The popular holiday destination of north Queensland has been gripped by an epidemic of dengue fever, the debilitating and sometimes fatal disease more usually associated with Third World countries.
In the tourist centre of Cairns, gateway to the Great Barrier Reef, 226 people have been infected including babies and young children, with another 31 cases in Townsville, 200 miles down the coast. Two nasty strains of the virus are circulating, and health authorities say they have never known the disease to spread so fast.
The state government will hand out free mosquito repellent in schools this week, and has warned residents to watch out for stagnant water in their backyards where the dengue-carrying mosquitoes breed. Roving extermination teams have been dispatched to spray parks, schools and caravan sites, and authorities have launched a radio and television campaign aimed to raise awareness. The government fears this summer could be worse than 2004, when more than 800 cases were recorded, and two people died. Usually the dengue season does not start until February, the height of the wet season. This summer, it began in November.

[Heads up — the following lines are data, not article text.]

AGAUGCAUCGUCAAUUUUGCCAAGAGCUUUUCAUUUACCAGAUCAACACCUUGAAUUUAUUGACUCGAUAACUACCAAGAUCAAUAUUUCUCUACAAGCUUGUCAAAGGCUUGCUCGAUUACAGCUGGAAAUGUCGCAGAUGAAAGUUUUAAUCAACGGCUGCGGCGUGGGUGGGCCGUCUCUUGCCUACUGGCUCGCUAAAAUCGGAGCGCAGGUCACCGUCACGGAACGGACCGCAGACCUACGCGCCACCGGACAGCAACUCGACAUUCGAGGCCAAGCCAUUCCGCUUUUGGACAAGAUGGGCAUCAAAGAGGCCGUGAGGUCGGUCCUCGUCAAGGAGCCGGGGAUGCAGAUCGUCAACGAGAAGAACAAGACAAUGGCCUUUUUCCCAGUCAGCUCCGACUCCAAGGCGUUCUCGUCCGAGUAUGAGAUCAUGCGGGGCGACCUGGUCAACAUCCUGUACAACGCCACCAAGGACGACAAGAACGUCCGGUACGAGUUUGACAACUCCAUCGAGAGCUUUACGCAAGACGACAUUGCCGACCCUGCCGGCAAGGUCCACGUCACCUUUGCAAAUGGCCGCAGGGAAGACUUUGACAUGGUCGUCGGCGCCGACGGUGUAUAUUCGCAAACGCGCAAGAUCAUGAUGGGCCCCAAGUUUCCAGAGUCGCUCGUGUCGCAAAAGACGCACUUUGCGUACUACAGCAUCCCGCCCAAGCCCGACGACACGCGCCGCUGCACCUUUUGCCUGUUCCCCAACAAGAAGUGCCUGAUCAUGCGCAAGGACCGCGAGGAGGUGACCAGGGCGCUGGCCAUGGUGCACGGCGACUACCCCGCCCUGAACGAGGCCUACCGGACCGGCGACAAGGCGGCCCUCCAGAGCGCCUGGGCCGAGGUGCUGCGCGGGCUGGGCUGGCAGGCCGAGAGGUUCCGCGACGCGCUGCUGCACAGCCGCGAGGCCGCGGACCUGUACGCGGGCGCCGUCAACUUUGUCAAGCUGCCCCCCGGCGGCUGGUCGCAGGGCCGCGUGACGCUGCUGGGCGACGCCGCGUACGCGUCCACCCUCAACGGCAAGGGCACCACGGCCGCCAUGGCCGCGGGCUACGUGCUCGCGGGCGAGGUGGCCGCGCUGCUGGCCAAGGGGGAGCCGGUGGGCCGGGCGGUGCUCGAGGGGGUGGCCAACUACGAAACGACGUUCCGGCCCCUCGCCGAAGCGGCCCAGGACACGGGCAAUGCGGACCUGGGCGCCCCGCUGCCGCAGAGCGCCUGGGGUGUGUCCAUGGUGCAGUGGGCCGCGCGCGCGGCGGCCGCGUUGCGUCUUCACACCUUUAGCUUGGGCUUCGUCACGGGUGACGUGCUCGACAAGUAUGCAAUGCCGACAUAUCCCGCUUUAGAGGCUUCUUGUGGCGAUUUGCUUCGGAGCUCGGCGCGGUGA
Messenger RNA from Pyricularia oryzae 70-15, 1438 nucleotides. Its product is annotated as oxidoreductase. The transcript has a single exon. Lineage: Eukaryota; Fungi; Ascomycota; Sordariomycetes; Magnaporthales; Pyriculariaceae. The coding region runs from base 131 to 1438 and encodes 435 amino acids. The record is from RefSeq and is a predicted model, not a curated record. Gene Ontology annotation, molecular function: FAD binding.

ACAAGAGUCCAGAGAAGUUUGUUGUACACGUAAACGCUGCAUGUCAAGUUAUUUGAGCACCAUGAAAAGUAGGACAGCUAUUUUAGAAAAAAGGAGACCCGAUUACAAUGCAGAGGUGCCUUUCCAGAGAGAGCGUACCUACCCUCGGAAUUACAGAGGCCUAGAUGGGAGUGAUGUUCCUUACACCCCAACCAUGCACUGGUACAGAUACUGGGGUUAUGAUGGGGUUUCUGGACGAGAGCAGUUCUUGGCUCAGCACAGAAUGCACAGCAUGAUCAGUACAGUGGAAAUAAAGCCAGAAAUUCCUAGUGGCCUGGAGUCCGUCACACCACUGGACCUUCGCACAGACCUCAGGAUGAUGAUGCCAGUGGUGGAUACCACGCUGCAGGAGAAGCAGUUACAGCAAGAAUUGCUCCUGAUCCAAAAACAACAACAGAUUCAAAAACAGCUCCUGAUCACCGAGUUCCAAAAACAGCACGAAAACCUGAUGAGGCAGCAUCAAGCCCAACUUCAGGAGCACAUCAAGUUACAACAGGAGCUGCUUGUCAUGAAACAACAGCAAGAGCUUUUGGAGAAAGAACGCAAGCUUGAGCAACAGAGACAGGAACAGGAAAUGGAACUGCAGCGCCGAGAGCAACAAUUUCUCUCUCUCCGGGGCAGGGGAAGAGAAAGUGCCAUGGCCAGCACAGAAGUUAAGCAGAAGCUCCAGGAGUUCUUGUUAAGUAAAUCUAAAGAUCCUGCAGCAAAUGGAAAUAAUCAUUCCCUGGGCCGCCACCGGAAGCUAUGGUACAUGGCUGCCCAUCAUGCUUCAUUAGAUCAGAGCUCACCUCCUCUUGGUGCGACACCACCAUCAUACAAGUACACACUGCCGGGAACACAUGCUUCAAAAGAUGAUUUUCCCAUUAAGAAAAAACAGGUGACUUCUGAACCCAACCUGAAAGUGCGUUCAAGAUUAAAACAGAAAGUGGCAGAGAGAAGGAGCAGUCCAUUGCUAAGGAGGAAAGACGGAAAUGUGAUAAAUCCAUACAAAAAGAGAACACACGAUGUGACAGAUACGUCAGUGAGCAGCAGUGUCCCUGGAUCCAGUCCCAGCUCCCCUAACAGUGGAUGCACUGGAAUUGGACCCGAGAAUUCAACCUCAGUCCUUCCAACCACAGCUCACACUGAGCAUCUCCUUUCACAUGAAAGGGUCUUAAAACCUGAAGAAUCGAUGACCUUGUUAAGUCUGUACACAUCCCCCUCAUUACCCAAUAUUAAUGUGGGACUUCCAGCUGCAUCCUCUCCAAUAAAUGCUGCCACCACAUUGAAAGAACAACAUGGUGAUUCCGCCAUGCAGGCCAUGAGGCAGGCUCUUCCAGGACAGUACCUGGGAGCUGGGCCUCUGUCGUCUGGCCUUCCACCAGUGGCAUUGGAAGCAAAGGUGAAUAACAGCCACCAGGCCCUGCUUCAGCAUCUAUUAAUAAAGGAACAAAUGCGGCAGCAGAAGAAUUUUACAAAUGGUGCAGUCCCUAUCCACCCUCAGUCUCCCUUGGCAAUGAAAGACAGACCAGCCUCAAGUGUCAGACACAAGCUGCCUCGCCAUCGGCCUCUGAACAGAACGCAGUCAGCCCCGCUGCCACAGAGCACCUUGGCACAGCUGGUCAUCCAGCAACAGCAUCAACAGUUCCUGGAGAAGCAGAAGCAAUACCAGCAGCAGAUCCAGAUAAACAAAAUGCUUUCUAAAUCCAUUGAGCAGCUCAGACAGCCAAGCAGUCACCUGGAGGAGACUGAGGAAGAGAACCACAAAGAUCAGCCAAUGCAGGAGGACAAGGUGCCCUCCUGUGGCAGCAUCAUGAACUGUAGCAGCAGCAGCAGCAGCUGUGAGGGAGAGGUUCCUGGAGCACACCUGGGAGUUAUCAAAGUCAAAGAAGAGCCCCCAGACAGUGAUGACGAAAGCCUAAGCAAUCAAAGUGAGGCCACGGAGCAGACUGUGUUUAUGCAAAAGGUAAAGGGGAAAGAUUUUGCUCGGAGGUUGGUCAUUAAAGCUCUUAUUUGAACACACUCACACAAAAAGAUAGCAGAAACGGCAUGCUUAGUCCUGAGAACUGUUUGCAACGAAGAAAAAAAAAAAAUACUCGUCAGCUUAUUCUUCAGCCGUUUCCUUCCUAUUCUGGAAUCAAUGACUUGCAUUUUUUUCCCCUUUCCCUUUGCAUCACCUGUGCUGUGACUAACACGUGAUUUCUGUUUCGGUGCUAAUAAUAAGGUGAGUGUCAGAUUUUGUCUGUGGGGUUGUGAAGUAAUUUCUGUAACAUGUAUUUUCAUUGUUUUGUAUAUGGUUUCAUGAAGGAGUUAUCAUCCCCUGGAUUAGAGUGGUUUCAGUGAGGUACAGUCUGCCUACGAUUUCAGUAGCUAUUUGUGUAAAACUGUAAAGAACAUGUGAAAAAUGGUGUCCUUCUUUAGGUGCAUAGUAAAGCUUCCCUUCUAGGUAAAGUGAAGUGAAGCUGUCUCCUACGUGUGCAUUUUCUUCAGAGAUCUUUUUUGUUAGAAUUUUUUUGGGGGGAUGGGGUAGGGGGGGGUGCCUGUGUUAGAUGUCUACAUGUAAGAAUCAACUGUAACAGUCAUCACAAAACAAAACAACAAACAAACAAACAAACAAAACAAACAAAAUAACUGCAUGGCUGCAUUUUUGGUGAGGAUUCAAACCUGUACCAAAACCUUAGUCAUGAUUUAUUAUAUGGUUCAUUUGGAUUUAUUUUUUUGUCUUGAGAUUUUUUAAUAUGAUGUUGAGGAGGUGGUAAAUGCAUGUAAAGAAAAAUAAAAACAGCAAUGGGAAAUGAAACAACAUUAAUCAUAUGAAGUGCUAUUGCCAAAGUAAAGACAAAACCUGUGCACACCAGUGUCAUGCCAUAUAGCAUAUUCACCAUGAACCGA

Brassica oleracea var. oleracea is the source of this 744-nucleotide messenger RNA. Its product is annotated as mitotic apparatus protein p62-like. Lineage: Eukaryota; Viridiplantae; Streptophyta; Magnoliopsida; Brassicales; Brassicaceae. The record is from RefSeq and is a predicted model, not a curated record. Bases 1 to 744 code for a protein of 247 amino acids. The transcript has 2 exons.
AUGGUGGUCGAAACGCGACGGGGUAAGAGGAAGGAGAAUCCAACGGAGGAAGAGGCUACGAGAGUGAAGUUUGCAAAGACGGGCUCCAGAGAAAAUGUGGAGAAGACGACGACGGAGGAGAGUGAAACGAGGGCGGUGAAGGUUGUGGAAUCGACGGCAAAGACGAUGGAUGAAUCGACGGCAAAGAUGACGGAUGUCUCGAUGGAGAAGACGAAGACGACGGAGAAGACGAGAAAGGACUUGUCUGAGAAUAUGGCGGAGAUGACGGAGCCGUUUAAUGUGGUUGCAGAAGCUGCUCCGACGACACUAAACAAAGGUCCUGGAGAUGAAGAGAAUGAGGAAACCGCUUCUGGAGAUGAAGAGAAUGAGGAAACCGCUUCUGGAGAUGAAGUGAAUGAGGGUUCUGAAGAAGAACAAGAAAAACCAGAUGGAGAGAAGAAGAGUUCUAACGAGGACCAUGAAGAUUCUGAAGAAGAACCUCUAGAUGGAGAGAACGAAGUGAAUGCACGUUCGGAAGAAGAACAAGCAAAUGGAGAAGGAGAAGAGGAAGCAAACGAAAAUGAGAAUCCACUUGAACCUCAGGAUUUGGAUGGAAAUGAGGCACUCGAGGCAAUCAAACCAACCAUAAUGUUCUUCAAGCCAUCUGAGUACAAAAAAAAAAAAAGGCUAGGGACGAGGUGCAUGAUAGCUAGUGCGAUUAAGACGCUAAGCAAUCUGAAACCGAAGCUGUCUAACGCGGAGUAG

Environmental health officers warn that anywhere water collects is a potential breeding site: plant pots, buckets, birdbaths, wheelbarrows, blocked gutters and old tyres. Water tanks, which Australians have taken to installing to counter the long drought, are also a problem if not properly sealed. In one case, mosquito larvae were found in a small indentation at the top of a candle.
About 20 new cases are being reported in north Queensland every day, and doctors say victims are falling sick more quickly than usual, and getting sicker. Hospitals are struggling to cope, and blood supplies are running low because blood donated in affected areas has limited use.Reuse content